Great Barrier Reef Activities – 5 Ways to Explore the Great Barrier Reef
Most people who visit the Great Barrier Reef either explore the coral reefs on a diving or snorkelling trip. However, if you can’t swim or are afraid of the sea, there are other ways to see this natural wonder. Below is a brief introduction to the many ways you can explore the Great Barrier Reef.
1. Great Barrier Reef Diving
Scuba diving the Great Barrier Reef is one of the best ways to explore the beauty of the reefs and personally my favourite activity here. There is no better way to get up close and personal with the marine animals, inspect the coral reef and be one with the sea. Being surrounded by water in all directions, coming face-to-face with white tip sharks and watching little ‘Nemo’ fishes play among the anemones are experiences you can only enjoy on a diving trip. You only need one dive in the Great Barrier Reef to be hooked for life.
For more information on diving the Great Barrier Reef including information on the best dive sites, tour operators and more, visit our page Great Barrier Reef Diving.
2. Great Barrier Reef Snorkeling
While diving is one of the best ways to explore the Great Barrier Reef, it’s also a costly and time-consuming activity. Most people prefer to take a snorkeling trip to the Great Barrier Reef as it’s cost effective and can be completed in a short amount of time.
Almost all diving and snorkeling on the Reef is boat-based, although there are a few good reefs surrounding some of the islands. One option is to base yourself on one of the Great Barrier Reef islands which have some good snorkeling sites so you can go snorkeling straight from the beach. Most resorts provide guests with snorkeling equipment which is an added bonus. To find out more about snorkeling from the Great Barrier Reef islands, visit our page Great Barrier Reef Islands.
Boat-based snorkeling trips are very popular as they take you to the outer reefs of the Great Barrier Reef. The outer reefs are some of the most spectacular in the area and the depth of coral and variety of marine life is stunning here. Most of these boat trips provide everything you need for a snorkeling trip including wetsuits, snorkeling gear, lunch and refreshments. Some even have their own mooring pontoons giving you exclusive access to a particular coral reef.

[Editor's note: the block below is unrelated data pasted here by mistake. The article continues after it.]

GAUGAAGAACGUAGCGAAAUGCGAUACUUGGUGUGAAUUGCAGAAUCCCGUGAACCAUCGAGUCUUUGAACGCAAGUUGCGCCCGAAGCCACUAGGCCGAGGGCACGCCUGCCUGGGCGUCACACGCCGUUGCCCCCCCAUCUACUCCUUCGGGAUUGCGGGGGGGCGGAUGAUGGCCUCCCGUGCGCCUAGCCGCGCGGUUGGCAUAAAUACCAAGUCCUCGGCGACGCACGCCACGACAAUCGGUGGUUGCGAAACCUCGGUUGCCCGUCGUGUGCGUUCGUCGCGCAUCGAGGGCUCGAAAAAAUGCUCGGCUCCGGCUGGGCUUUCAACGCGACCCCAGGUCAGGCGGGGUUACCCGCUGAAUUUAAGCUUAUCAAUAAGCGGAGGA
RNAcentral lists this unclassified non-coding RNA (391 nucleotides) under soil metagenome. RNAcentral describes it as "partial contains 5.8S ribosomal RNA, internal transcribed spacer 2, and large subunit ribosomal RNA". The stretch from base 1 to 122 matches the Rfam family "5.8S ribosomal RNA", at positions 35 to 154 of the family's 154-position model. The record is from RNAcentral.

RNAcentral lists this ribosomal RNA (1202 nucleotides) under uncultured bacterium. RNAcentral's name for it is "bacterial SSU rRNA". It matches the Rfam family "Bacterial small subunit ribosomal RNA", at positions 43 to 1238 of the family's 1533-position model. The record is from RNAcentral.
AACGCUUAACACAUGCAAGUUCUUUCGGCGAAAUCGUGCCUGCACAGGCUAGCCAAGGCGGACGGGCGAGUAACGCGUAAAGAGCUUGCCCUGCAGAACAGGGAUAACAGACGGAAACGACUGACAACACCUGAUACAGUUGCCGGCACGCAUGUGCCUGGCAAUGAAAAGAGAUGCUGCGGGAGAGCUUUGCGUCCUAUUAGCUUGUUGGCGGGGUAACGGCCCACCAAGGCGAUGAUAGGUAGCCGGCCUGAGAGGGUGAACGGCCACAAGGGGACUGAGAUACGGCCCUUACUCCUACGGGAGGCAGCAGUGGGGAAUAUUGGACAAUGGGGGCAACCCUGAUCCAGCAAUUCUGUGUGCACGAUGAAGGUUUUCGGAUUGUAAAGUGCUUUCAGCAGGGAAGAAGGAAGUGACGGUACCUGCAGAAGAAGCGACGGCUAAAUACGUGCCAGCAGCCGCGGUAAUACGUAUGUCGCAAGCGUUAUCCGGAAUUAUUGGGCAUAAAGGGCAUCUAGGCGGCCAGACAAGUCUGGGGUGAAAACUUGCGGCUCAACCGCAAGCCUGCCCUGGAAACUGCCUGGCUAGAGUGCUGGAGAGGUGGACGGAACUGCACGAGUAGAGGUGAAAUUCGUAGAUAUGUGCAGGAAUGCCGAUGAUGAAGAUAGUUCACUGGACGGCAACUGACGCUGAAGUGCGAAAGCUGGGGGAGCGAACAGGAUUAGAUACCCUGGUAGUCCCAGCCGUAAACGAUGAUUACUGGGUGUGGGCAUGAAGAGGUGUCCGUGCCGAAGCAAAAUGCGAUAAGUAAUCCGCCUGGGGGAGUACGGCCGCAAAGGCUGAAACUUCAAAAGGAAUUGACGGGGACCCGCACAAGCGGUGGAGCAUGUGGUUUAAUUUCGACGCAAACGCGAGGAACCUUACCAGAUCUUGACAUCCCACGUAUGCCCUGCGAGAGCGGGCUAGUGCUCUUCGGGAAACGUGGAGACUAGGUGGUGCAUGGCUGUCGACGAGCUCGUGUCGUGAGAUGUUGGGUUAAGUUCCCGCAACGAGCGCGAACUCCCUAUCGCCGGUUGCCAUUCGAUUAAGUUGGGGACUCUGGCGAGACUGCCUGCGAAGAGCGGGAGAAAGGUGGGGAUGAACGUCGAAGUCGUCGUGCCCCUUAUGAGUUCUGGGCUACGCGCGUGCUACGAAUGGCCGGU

While snorkelling trips run from many locations in Queensland, including Cairns, Hamilton Island and Airlie Beach, the best place to take a snorkeling trip from is Port Douglas. There are several tour companies based in Port Douglas as the outer reef is not far from here. The most popular tour companies are Aristocrat Reef Cruises, Calypso Reef Charters and Quicksilver Connections.
Cairns is the other popular location with several tour operators providing snorkeling trips from here. Popular tour operators include Captain Cook Cruises, Coral Princess Cruises, Seastar Cruises and Sunlover Cruises.
3. Semi-submersible or Glass-Bottomed Boat at Great Barrier Reef
If you don’t want to get wet, there are other options to explore the Great Barrier Reef and still remain in your comfort zone. This is a great option for families with kids who can’t swim or are afraid of the water.
A semi-submersible or glass-bottomed boat provides a window to the underwater world circling below. The boat will take you over the shallow reefs so you can see the myriad colours of the coral and the marine life that live among the coral. It’s a safe and easy way to get close to the coral reefs without getting wet.
The best glass-bottomed boat provider is Quicksilver Cruises who have spacious reef platforms at Agincourt Reef to allow visitors to view the spectacular coral formations from their semi-submersible coral viewing vessel.
4. Underwater Observatory at Great Barrier Reef
If you don’t want to get wet but still want to go below the ocean’s surface, there’s an option to do just that. An underwater observatory is built with this idea in mind. It’s a tunnel built under water that passes through a coral reef and allows people to walk through a reef and glimpse at life around it. It feels like you’re underwater but you’re protected by the strong, thick glass that provides a barrier between the ocean and you.
Quicksilver Cruises have the best underwater observatory on the Great Barrier Reef where you can see the coral and watch the fish feeding from their unique viewing platform and underwater observatory located directly in front of the platform.
5. Scenic Flights to Great Barrier Reef
Seeing the Great Barrier Reef on a scenic flight is an experience like no other. While not quite the same as seeing the Great Barrier Reef from space, you can get an idea of what it would look like from up there. A bird’s eye view of the Great Barrier Reef allows you to see the Great Barrier Reef in its entirety. Its sheer size and beauty can really be admired on a scenic flight as you breeze over it.
With any scenic flight, the cost of taking one can be truly expensive. However, there are some destinations in the world where it’s worthwhile to take a scenic flight to really appreciate the beauty of the wonder, and the Great Barrier Reef sits on top of that list. If you have the money to spend, a scenic flight comes highly recommended.